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Business trends

Google staff protest return to China on Beijing's terms

Internal letter cites 'moral issues' in bowing to censorship demands

The Google brand logo outside its office in Beijing, where the American company is said to be bowing to Chinese demands.    © Reuters

NEW YORK -- Employees of Google have launched an internal protest against the management's lack of transparency on a reported plan to restart search engine operations in China, media reported Thursday.

Employees have circulated a letter on Google's internal communications system over the leaked plan, known as Dragonfly, which would create a censored mobile app version of its search engine to comply with Chinese law.

"Our industry has entered a new era of ethical responsibility: The choices we make matter on a global scale," said the letter, which was circulated on the internet. It added: "Dragonfly and Google’s return to China raise urgent moral and ethical issues."

"We urgently need more transparency, a seat at the table, and a commitment to clear and open processes: Google employees need to know what we’re building," the statement read.

The document has been signed by about 1,000 employees, and the company is expected to be pressed on Dragonfly at a weekly staff meeting on Thursday, according to The New York Times, which first reported the letter.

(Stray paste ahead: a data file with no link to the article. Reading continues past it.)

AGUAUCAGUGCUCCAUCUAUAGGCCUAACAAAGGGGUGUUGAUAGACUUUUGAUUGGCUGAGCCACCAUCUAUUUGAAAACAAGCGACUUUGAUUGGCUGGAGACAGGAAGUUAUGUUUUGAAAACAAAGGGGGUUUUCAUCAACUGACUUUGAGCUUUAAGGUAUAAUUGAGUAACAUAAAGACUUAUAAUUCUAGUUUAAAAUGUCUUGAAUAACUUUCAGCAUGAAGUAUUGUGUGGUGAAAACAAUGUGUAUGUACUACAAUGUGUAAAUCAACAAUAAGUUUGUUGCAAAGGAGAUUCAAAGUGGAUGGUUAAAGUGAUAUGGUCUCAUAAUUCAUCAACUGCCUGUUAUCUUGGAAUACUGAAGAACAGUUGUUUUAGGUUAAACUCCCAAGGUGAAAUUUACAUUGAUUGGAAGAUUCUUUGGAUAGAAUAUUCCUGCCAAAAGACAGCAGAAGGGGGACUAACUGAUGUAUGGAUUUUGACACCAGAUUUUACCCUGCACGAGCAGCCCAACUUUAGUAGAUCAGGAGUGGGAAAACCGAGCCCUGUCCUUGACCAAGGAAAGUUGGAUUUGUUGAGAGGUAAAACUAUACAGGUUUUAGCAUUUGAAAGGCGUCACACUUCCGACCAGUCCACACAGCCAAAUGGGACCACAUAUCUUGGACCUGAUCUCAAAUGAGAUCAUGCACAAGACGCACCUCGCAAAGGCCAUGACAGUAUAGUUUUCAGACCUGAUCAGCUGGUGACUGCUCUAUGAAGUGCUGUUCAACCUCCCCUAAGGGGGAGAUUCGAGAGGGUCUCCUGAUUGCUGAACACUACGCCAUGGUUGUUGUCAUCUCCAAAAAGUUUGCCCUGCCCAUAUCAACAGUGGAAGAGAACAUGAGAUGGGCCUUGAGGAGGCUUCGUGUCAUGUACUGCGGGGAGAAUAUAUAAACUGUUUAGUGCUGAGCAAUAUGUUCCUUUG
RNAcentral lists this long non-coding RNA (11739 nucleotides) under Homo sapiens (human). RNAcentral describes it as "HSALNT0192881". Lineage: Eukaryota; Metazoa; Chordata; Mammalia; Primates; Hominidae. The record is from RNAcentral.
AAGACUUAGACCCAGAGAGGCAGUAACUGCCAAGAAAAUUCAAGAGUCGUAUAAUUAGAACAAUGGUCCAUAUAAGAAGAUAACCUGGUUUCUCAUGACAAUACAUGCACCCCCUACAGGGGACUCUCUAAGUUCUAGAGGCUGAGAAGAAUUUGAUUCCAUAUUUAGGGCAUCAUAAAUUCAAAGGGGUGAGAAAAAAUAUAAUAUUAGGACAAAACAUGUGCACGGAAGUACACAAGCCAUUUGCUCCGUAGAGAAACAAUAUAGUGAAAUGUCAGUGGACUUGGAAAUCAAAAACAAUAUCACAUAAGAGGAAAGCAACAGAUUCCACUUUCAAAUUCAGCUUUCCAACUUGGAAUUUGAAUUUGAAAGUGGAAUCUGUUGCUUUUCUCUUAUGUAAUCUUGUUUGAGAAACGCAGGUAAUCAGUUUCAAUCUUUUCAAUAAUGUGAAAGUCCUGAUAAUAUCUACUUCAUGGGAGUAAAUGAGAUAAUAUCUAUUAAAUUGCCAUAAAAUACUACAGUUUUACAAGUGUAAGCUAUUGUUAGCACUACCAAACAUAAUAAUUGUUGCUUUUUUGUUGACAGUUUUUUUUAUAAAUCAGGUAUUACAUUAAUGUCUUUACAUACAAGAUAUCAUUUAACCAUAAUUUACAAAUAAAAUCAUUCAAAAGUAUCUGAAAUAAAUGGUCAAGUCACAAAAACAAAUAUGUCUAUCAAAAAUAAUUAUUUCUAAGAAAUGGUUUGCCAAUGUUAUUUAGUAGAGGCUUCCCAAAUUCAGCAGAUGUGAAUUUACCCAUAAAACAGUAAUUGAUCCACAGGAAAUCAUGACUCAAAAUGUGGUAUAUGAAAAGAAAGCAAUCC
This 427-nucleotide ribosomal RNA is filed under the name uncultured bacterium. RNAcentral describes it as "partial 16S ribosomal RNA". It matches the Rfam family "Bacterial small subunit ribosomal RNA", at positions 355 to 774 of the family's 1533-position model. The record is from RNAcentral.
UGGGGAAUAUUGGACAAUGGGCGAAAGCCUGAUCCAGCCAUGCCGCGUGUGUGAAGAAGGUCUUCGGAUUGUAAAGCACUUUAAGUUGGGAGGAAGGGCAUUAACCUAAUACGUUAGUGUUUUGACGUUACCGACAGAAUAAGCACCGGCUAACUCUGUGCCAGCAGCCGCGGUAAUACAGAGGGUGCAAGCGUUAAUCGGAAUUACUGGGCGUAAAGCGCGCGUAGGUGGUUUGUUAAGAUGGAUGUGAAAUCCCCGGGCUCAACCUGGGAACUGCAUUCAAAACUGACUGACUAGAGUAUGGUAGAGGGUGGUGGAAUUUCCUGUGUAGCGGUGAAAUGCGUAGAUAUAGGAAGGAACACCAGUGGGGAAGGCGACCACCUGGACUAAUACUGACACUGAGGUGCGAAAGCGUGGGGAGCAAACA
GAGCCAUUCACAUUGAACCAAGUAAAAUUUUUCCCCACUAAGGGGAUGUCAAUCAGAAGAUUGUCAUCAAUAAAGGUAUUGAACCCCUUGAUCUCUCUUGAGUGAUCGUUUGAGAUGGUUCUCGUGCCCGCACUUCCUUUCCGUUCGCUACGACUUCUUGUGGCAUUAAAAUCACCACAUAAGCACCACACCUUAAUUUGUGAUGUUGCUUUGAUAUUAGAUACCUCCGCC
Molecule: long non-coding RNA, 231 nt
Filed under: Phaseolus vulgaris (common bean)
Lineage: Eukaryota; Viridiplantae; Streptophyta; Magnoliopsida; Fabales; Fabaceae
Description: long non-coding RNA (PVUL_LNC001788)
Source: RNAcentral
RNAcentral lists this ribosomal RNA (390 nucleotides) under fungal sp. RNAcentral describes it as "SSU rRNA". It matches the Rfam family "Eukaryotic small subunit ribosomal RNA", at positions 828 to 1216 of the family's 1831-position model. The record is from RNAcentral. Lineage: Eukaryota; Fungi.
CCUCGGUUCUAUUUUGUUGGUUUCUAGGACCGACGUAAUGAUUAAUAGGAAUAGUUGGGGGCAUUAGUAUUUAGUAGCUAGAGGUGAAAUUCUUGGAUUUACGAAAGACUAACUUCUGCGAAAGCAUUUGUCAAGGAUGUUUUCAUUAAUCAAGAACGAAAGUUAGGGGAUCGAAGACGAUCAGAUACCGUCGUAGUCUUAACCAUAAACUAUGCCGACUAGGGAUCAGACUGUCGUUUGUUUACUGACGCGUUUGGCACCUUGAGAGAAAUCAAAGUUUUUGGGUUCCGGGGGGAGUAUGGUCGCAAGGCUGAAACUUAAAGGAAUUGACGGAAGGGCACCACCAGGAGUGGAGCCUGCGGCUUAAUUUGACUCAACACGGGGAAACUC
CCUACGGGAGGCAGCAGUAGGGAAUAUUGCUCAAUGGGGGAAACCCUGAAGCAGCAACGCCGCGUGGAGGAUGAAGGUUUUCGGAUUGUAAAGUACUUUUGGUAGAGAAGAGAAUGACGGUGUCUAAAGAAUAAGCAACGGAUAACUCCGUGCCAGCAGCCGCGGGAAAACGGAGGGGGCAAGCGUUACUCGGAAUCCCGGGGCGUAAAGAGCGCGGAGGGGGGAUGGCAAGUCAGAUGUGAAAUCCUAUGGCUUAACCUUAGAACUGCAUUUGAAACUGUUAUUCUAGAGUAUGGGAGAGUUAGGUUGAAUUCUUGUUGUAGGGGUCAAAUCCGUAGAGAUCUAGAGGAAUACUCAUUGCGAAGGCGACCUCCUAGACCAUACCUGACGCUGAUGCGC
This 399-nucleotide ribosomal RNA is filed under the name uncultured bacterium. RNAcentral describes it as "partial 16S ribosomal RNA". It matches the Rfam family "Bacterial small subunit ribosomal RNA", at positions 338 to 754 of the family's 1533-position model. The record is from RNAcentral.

Google did not immediately respond to a Nikkei Asian Review request for comment.

The secretive Dragonfly project, first revealed by online investigative news site the Intercept, would blacklist "sensitive queries," including any about the 1989 Tiananmen Square protests, as well as unapproved questions about the Chinese Communist Party leadership.

Google employees aren't the only ones to express concern about the plan. Shortly after the first media reports surfaced about Dragonfly early this month, a group of U.S. lawmakers led by an outspoken China critic, Florida Republican Sen. Marco Rubio, sent a letter to CEO Sundar Pichai, calling the plan "deeply troubling" and at risk of making the company "complicit in human rights abuses."

Google pulled out of China in 2010. After uncovering evidence of a cyberattack against the Gmail accounts of activists for human rights in China, the company promised to stop censoring search results. Beijing responded by insisting that self-censorship is "a nonnegotiable legal requirement," Google stated on its website at the time.  

"It is a coup for the Chinese government and Communist Party to force Google -- the biggest search engine in the world -- to comply with their onerous censorship requirements, and sets a worrying precedent for other companies seeking to do business in China without compromising their core values," the senators' letter read.

The senators' letter concluded by outlining a number of questions for Google, and called on the company to explain "how this reported development can be reconciled with Google's unofficial motto, 'Don't be evil.'"

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